The traditional rifle stock we know has now moved to more modular and customizable designs. One product that caught my eye is the new XLR Industries Envy JV Heavy Fill Chassis system. After seeing a lot of competitors use them with good results, I think I will be giving one a try soon. Not being able to borrow a piece of gear because the entire squad is running ARCA can be a drag. Picatinny forearm rails have gone the way of the dinosaur with ARCA Swiss becoming the standard for attaching accessories.

Idaho NRL tactical Gem State Stand Off precision tactical competition match vu pham 6.5 Creedmoor 6mm Dasher

Those like myself who may not want to give up their traditional-style stocks do have the option of modifying their existing stock with a universal ARCA rail from Henderson Precision. That company makes a variety of rails that fit a number of stock platforms.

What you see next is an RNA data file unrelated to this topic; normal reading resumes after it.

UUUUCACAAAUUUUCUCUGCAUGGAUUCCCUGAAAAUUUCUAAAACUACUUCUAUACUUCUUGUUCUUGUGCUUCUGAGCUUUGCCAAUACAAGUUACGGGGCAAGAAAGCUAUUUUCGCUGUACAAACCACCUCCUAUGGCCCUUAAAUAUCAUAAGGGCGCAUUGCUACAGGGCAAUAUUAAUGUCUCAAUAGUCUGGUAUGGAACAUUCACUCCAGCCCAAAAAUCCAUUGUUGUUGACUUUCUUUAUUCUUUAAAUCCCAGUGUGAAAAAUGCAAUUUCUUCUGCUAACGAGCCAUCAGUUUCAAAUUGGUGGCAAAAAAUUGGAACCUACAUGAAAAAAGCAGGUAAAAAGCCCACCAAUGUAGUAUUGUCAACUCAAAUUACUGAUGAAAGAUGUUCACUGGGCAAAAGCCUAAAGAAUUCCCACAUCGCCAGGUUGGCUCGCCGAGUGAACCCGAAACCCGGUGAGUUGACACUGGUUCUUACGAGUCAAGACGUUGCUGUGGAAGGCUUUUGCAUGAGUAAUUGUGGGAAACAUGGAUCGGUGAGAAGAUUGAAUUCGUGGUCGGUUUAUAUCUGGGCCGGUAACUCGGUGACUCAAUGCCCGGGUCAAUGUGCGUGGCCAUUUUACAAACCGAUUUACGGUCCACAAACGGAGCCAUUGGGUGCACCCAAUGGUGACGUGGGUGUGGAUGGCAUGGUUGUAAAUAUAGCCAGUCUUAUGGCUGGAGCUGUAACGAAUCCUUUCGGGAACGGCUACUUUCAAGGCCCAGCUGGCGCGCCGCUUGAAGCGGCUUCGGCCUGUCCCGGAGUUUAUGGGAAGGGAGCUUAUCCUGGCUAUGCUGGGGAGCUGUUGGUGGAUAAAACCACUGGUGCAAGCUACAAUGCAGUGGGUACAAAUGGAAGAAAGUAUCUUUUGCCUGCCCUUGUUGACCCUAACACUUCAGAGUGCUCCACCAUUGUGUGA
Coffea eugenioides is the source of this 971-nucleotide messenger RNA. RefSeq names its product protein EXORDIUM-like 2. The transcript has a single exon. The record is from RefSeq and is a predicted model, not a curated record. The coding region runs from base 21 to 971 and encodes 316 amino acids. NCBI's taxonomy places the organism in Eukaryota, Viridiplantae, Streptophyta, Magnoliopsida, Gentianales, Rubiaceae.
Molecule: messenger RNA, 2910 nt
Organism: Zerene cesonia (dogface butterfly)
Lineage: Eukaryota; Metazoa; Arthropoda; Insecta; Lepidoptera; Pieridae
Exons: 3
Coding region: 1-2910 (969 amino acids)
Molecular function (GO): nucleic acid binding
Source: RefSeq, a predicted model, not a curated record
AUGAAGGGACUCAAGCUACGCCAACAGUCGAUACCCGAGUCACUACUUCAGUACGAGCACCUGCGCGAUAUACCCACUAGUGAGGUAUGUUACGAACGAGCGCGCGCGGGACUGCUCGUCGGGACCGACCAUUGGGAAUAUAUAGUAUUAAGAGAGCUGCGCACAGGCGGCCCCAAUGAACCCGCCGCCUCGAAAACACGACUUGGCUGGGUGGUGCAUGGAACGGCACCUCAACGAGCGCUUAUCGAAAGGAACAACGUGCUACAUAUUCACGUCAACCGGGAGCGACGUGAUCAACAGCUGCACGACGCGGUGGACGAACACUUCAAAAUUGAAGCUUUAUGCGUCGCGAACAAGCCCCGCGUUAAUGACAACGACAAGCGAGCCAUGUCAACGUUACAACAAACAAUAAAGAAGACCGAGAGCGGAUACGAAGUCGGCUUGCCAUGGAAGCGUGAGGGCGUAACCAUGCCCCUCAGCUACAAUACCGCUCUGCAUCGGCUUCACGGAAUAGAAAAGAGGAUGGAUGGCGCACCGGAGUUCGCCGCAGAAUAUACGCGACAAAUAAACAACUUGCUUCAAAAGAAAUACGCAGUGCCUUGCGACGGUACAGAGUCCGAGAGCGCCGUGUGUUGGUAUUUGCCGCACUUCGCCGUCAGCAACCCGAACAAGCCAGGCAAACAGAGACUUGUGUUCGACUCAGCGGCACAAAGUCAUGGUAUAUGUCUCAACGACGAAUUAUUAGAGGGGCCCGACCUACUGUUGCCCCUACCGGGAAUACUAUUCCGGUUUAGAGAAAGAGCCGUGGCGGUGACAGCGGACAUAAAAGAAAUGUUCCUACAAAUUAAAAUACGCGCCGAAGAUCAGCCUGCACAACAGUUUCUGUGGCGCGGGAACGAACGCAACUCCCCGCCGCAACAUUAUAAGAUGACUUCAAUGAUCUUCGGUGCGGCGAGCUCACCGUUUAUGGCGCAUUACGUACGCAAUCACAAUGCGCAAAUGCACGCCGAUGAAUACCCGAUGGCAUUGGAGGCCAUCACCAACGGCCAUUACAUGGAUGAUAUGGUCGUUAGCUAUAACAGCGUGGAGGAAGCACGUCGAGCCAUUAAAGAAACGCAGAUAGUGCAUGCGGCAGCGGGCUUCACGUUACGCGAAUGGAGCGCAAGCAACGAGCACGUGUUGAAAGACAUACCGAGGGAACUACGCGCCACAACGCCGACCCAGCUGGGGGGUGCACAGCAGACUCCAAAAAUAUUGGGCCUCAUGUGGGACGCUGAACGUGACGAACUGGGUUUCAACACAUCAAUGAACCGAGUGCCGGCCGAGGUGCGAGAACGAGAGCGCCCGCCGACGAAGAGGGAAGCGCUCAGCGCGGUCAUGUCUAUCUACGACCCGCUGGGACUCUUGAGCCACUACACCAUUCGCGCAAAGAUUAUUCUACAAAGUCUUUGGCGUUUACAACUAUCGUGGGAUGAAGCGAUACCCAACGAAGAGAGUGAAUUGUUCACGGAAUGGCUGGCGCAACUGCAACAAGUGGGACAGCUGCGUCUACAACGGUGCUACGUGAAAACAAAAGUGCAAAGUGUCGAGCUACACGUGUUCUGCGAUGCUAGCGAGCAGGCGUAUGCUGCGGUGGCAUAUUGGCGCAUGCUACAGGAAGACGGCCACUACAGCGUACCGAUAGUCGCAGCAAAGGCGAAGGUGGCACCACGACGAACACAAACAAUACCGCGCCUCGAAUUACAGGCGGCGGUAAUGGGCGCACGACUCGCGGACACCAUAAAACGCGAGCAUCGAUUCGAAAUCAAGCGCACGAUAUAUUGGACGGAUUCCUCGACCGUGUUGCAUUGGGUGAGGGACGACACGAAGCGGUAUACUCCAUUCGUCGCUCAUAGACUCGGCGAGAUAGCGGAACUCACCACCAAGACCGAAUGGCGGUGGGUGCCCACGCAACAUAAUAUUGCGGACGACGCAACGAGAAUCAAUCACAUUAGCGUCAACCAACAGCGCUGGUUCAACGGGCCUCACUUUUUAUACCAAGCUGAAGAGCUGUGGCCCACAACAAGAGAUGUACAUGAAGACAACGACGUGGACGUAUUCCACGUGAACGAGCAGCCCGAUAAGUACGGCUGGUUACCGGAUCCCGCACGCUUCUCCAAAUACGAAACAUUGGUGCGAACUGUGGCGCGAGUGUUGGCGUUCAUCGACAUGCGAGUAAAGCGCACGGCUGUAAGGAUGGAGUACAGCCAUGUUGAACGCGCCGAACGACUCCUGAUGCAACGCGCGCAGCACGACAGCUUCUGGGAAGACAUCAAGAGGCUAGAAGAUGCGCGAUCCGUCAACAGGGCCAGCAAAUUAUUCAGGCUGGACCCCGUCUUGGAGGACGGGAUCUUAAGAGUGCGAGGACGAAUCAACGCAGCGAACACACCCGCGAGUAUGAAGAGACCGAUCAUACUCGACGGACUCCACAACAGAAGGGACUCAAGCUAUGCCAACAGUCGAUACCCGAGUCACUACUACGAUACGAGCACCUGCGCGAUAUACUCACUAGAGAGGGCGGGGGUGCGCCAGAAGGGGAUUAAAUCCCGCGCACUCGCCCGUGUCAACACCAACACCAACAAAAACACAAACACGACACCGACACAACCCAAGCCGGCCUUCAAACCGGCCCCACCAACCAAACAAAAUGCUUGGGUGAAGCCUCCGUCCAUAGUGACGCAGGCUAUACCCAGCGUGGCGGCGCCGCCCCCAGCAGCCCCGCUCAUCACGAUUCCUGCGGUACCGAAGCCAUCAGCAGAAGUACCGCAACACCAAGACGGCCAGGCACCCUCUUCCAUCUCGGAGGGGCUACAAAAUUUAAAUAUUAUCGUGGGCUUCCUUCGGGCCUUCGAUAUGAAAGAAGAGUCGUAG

Idaho NRL tactical Gem State Stand Off precision tactical competition match vu pham 6.5 Creedmoor 6mm Dasher

Rifle Support Options — Bags and Tripods
Tripods are also used a lot as front and rear support by the majority of the field as well. Support bags now come in every shape, size, weight, and material imaginable. Even the fundamentals of driving your rifle is being challenged by the evolution of “free recoil”. Instead of counting the number of hits for the day, the top echelon shooters count the number of shots they dropped.

Calibers of Choice — Small is Big — the 6mms Dominate
6mmBR Improved cartridges (6mm Dasher, 6BR Ackley) and mid-sized 6mms (such as 6mm Creedmoor) dominate the field. In addition we are seeing some guys running the 22 BR and 22 BRA, which work surprisingly well. [Editor: Run the ballistics with a .22 Cal 80-grainer and you’ll see why.]

Wind Monitoring and Ballistics